Georgia Bulletin

The Newspaper of the Catholic Archdiocese of Atlanta

Untying The Knots That Paralyze Us

By LORRAINE V. MURRAY, Commentary | Published April 11, 2013

When I first saw Pope Francis step onto the balcony, shortly after he had been elected pope, I noticed how calm and joyful he seemed.

Here he was, a man who had gone from being a humble cardinal in Buenos Aires to becoming shepherd for the world’s 1.2 billion Catholics—and yet he didn’t seem ruffled at all.

I wondered what his secret was.

Over the next few weeks, my admiration for him grew, especially when I heard that he had personally telephoned his newspaper deliveryman in Buenas Aires to cancel his paper. He has also invited the gardeners and street sweepers to the Masses he celebrates at the Vatican’s Santa Maria residence.

April112013 Murray Untying The Knots That Paralyze UsOur new pope treats people as if each one were important and special, no matter how lowly they might be in society’s eyes—which is exactly what Christ did. Pope Francis evidently isn’t tied up in knots about social standing and expectations.

And perhaps his secret is this: He has a special devotion to the Blessed Mother in her role as “undoer of knots.”

The knots are difficult situations in our lives which result from sin, and which drag us down. They may have been there for years, and sometimes involve our relationships with other people.

A novena to Mary designed to ask for help in untying these knots comes from a book called “Against Heresies” written by St. Irenaeus of Lyons, who noted that “the knot of Eve’s disobedience was loosed by the obedience of Mary.”

One of the prayers to Mary says, “God has granted you great power over all the demons. I renounce all of them today, every connection I have had with them ….”

Some of the devilish knots we inherit from parents, but then we go on, sometimes unknowingly, to tighten them ourselves. As the years pass, these painful obstacles constrict us more and more—and we add additional snarls along the way.

In my life, knots involve relationships with other people that center on guilt and obligation, and my impossible attempts to sense what they’re feeling before they say a word.

So, for example, if I send an email to a relative who doesn’t answer it for, say, a week, during that time I will imagine the worst, as in “She’s angry” or “She’s crossed me off her list.”

Obviously the only way to find out why the person hasn’t answered the email is to come out and ask, but this particular knot involves not confronting people, but instead, stewing in imaginary juices. Often, I will discover later that the person was ill, or had a family emergency, or simply forgot.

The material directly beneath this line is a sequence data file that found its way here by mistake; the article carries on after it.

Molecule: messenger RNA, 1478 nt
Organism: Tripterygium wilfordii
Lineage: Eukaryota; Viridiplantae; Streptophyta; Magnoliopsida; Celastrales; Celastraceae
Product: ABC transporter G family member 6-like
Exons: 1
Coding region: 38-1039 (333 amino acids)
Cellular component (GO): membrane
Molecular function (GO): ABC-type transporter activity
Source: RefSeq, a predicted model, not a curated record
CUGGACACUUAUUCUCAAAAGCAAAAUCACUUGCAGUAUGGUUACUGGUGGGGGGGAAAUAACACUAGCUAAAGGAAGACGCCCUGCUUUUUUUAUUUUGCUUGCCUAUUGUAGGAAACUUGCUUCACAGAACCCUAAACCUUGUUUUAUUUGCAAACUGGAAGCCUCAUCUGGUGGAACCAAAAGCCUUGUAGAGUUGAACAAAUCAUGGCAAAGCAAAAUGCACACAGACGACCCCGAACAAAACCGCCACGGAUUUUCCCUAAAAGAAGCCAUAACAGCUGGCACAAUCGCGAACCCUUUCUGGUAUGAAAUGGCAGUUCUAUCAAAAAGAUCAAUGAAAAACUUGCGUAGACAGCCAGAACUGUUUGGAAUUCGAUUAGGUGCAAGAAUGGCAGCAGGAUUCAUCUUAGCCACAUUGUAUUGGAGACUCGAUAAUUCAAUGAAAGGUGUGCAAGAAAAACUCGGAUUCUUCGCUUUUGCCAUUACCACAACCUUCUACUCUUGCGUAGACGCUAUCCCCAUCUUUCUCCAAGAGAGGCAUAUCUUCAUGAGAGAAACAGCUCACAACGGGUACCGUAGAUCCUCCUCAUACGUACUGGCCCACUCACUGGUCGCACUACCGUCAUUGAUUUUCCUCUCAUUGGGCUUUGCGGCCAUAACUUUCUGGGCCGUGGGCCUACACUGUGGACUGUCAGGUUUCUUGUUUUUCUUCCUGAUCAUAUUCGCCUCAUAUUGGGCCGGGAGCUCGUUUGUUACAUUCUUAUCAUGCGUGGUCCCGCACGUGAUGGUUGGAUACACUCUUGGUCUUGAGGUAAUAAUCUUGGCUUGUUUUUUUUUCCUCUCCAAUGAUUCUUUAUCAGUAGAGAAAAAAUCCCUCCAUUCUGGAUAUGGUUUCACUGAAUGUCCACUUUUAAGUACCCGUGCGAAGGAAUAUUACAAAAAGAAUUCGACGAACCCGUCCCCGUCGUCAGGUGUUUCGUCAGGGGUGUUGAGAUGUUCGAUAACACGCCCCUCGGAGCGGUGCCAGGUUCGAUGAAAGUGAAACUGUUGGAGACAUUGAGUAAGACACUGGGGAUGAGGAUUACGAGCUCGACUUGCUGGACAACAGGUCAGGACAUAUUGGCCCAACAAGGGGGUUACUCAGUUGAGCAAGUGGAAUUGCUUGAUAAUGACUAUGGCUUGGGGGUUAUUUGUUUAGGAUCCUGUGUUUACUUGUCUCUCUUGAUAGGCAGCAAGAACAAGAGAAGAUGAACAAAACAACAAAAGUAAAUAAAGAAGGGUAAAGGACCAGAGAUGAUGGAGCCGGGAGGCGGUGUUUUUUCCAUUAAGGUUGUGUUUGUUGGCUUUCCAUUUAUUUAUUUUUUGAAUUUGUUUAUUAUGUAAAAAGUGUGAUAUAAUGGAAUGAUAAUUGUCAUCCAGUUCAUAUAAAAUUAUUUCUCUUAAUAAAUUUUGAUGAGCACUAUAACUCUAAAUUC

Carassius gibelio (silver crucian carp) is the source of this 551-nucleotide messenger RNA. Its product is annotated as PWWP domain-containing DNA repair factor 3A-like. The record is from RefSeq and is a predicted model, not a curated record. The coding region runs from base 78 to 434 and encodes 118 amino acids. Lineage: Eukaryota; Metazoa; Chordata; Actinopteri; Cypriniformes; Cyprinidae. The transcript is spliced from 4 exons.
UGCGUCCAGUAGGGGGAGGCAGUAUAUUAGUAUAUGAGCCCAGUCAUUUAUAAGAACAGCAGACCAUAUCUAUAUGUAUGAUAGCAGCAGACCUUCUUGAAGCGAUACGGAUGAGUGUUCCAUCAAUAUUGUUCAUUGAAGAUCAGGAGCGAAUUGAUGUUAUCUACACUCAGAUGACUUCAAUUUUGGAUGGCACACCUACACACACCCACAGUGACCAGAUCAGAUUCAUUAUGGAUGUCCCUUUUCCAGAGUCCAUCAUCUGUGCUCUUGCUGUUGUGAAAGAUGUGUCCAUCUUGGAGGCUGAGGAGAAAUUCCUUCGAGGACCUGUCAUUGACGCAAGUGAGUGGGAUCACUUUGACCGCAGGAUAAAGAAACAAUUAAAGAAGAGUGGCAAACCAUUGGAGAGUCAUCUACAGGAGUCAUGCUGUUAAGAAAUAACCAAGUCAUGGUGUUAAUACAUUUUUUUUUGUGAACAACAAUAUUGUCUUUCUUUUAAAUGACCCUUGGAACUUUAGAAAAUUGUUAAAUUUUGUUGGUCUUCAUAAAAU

In my family, there were certain cues you could count on as a sign of how someone else felt about you. If you got all dressed up in your Sunday best and your father never said a word—which was how it usually went—that meant he didn’t see you, didn’t love you and in an odd way, you were rendered invisible.

Many people, I suspect, are haunted by this invisibility knot, which is a heartfelt seeking for approval and love that often gets derailed because it centers on human beings instead of the Lord.

So many snarls haunt us in this fallen world in which Satan prowls about, intent on dragging us down. For parents, a knot may involve trying too hard to control their children’s lives, so the kids develop their own knots, which involve excessive dependency on the parents.

And sometimes our clinging to things—and other people—too tightly can become a burden because we resist change, insisting on old ways of doing things even if they are causing us pain.

Perhaps Pope Francis at one time experienced many painful obstacles in his life—or why else would he have become devoted to this particular aspect of Mary? But over time, it seems he has learned to surrender his troubles into her hands—and through her intercession, he apparently has found peace.

One of the prayers from this novena to Mary says it all: “I entrust into your hands this knot which robs the peace of my heart, paralyzes my soul and keeps me from going to my Lord and serving Him with my life.” Mother Mary, pray for us!

Artwork by Jef Murray ( Readers may contact the Murrays at